Nearly 37 million Americans have a chronic lung disease like asthma, pulmonary fibrosis, or chronic obstructive pulmonary disease (COPD). Not only can these diseases damage lung tissue, but they also prevent the lungs from working the way they should.
When your lungs are impaired, they may not collect or distribute the oxygen your body needs to stay healthy. Treating lung diseases early is the best way to minimize the impact of these diseases and the complications they can cause.
At Vein & Cardiovascular Center, Ashish Pal, MD, uses advanced pulmonary function tests (PFT) to evaluate how your lungs are working. Combined with diagnostic imaging and other tests, PFTs can help Dr. Pal diagnose lung problems and manage their treatment over time.
Here’s how PFTs work and what to expect during your test.
Pulmonary function tests: What they do
Pulmonary function testing evaluates:
- How much air your lungs can hold
- How well your lungs take in air
- How well your lungs expel air
- How well your lungs move oxygen to your other tissues
Pulmonary function tests (or lung function tests) can be used to diagnose and monitor an array of medical problems, including obstructive lung problems that block airflow and restrictive problems that limit how much air your lungs can take in. These diseases and conditions include:
- Heart failure
- Pulmonary fibrosis
- Workplace lung diseases
Lung function testing can also be used to diagnose lung problems caused by non-lung diseases and conditions, like heart failure, neuromuscular diseases, and obesity.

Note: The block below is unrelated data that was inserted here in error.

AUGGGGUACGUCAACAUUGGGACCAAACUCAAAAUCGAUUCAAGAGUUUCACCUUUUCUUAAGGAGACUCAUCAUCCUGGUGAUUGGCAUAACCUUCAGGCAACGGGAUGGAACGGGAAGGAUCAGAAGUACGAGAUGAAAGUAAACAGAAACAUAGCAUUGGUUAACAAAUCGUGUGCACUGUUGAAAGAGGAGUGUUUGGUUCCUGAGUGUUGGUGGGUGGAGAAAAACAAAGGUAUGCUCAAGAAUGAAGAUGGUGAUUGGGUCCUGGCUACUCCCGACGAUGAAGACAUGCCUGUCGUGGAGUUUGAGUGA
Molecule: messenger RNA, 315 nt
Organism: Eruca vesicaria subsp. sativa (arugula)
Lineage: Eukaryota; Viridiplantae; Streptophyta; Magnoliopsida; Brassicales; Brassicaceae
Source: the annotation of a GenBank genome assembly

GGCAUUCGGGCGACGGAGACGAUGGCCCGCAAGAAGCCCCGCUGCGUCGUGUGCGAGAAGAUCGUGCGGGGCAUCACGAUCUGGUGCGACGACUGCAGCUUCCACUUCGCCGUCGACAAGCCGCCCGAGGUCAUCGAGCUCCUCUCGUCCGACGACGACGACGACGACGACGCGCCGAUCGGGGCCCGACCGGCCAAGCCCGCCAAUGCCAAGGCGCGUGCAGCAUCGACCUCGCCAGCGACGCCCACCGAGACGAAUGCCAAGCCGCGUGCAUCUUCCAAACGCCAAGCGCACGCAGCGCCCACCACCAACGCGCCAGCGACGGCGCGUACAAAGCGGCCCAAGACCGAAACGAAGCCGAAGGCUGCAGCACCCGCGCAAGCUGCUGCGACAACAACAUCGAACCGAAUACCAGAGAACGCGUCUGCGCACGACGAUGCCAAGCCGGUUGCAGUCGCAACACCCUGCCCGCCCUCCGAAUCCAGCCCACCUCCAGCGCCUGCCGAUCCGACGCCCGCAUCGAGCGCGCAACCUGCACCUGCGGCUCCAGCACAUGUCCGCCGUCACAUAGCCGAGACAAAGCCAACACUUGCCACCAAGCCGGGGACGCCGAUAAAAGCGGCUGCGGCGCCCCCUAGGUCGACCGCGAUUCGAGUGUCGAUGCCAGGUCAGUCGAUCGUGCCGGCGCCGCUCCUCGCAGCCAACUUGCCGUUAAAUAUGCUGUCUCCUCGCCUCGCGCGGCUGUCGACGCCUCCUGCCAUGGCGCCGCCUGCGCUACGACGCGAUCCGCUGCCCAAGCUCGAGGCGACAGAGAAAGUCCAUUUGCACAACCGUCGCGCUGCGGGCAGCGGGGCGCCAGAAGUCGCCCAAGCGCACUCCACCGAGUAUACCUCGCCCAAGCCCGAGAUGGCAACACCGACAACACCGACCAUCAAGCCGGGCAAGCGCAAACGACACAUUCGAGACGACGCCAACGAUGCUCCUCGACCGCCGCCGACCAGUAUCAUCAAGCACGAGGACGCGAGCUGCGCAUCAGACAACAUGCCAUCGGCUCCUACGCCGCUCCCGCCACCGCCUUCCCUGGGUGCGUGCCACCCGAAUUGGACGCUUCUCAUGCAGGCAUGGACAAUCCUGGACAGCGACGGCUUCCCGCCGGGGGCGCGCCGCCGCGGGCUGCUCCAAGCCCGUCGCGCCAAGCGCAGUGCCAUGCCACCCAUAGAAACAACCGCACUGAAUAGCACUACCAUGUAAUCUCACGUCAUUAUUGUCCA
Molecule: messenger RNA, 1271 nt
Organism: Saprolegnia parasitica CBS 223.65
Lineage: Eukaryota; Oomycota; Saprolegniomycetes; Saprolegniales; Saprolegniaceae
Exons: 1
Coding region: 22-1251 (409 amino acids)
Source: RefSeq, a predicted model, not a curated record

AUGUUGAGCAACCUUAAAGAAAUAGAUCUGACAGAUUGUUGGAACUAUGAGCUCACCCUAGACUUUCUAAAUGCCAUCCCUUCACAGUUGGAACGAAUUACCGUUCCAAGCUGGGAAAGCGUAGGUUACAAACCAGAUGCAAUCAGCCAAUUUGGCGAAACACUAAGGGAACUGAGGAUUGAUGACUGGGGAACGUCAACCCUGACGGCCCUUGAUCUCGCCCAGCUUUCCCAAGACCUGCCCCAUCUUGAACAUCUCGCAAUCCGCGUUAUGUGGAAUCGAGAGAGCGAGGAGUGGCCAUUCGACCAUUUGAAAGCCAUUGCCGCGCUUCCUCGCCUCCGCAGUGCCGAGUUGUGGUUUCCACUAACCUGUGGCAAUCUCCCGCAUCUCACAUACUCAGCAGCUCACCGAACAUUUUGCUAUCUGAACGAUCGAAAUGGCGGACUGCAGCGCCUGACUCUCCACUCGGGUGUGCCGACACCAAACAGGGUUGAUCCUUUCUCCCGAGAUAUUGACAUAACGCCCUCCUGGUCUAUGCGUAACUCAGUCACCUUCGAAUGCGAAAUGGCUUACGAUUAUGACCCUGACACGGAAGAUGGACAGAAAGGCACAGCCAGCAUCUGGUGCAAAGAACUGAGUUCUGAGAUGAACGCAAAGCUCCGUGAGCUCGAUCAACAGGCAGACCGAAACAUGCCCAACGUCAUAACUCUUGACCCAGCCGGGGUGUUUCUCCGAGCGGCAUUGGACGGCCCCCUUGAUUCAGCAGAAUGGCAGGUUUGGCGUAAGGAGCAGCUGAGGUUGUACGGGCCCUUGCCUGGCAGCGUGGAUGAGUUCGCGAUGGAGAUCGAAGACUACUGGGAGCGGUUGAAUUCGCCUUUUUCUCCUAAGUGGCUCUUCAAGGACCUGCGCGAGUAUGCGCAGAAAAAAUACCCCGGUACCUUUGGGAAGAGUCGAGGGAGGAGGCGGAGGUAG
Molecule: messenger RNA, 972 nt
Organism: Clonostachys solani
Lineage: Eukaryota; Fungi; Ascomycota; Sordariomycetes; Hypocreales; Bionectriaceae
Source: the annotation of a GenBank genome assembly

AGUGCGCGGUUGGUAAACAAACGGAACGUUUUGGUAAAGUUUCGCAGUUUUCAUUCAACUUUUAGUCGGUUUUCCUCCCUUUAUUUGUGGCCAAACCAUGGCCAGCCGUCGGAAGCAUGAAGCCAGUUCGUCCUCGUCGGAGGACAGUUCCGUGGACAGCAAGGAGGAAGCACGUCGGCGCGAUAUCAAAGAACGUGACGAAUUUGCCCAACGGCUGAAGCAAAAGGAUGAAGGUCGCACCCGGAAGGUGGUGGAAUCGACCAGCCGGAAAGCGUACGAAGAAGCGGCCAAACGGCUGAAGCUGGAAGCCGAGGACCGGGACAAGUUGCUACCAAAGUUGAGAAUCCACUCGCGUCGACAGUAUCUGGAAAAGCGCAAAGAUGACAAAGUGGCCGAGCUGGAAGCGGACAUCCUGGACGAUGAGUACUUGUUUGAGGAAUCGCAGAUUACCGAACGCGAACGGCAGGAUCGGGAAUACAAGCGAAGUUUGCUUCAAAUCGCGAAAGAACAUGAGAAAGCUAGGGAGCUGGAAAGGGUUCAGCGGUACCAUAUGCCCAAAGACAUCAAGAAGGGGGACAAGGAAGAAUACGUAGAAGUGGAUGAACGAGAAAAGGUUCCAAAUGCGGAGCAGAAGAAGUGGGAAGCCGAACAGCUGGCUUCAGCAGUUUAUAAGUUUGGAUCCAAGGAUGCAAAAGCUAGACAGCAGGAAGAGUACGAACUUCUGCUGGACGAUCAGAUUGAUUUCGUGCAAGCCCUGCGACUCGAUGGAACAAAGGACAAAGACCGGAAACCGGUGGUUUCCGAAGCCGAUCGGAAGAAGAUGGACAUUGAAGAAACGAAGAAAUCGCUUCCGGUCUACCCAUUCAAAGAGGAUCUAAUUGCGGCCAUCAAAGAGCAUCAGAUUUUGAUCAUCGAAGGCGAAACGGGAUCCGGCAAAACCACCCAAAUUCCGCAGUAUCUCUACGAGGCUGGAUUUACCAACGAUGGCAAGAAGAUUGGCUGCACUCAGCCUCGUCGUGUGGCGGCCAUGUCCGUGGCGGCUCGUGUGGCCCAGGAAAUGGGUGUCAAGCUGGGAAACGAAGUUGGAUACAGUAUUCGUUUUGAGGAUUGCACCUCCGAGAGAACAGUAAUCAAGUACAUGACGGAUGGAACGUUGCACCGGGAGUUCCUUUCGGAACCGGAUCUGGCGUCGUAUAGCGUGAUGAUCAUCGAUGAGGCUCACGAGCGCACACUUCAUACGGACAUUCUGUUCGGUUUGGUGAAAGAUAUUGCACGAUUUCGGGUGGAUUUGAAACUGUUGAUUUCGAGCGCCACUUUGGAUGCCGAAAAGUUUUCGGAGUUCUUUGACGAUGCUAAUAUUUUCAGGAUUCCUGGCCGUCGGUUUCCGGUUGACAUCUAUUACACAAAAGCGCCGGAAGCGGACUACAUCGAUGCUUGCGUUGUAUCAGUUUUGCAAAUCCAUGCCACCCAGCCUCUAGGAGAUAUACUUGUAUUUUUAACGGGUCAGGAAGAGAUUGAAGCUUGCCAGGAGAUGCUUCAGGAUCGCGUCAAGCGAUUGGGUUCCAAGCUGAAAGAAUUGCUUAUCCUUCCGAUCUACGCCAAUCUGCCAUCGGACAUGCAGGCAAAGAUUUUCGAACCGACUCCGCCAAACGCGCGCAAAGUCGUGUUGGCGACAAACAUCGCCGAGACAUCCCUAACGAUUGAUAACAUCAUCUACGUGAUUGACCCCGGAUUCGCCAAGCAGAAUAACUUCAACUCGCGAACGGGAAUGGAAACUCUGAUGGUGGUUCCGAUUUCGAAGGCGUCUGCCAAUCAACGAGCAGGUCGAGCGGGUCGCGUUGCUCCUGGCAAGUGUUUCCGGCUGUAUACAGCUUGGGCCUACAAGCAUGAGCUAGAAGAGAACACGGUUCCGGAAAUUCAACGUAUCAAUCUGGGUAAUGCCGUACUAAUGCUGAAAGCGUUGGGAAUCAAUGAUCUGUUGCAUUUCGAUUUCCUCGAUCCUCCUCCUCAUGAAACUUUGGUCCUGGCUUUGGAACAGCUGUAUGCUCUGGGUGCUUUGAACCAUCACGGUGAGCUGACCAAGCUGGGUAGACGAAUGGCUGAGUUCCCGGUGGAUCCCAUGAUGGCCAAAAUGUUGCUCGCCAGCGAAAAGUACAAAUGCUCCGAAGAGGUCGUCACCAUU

Types of tests
At Vein & Cardiovascular Center, Dr. Pal uses a series of six tests to monitor and assess lung function.
Forced expiratory volume (FEV) and forced vital capacity (FVC)
FEV measures how much air you can exhale during forced exhalation. FVC is the total amount of air that you exhale during the FEV test. Together, the FEV and the FVC play critical roles in identifying many lung diseases.
Slow vital capacity (SVC)
While the FEV and FVC tests measure exhalation during a forced breath, SVC measures the amount of air that exits your lungs when you exhale normally.
Maximum voluntary ventilation (MVV)
MVV evaluates how much air you can move in and out of your lungs during a 10-second interval.
Lung diffusion (DLCO)
This test assesses how easily your lungs can diffuse (or move) air from your lungs into the rest of your body. It involves inhaling and holding your breath for a brief period of time.
Single breath O2
For your lungs to work the way they’re supposed to, air needs to reach all of your lung tissue. Some diseases prevent that. This test measures how well the air you breathe in is distributed in your lungs.
This test measures the full volume of your lungs. The FEV and FVC measure volume, too, but it’s impossible to exhale all the air in your lungs. This test uses a special technique to measure total lung capacity.
What to expect during your PFT visit
Most lung function tests take 30-60 minutes, and you’ll be asked to repeat many of these tests two or more times. That’s to ensure your doctor can get the most accurate readings.
Before and during each test, your provider gives you specific instructions on when and how to breathe during the test. It’s important to follow those instructions closely to minimize the number of times you need to repeat the tests and to ensure the assessment is as accurate as possible.
Our office also gives you instructions on how to prepare for your tests. For the most part, that includes avoiding some activities, like eating or drinking, for several hours prior to testing.
You need to avoid smoking and caffeine on the day of your test. These steps support greater accuracy by making sure your lungs are working the way they normally do.
Love your lungs
Pulmonary testing is noninvasive and painless — and if you have breathing issues, it’s one of the best things you can do to keep your lungs healthy.
To learn more about pulmonary function testing at our offices in Orlando, Sebring, and Davenport, Florida, call or book an appointment online today.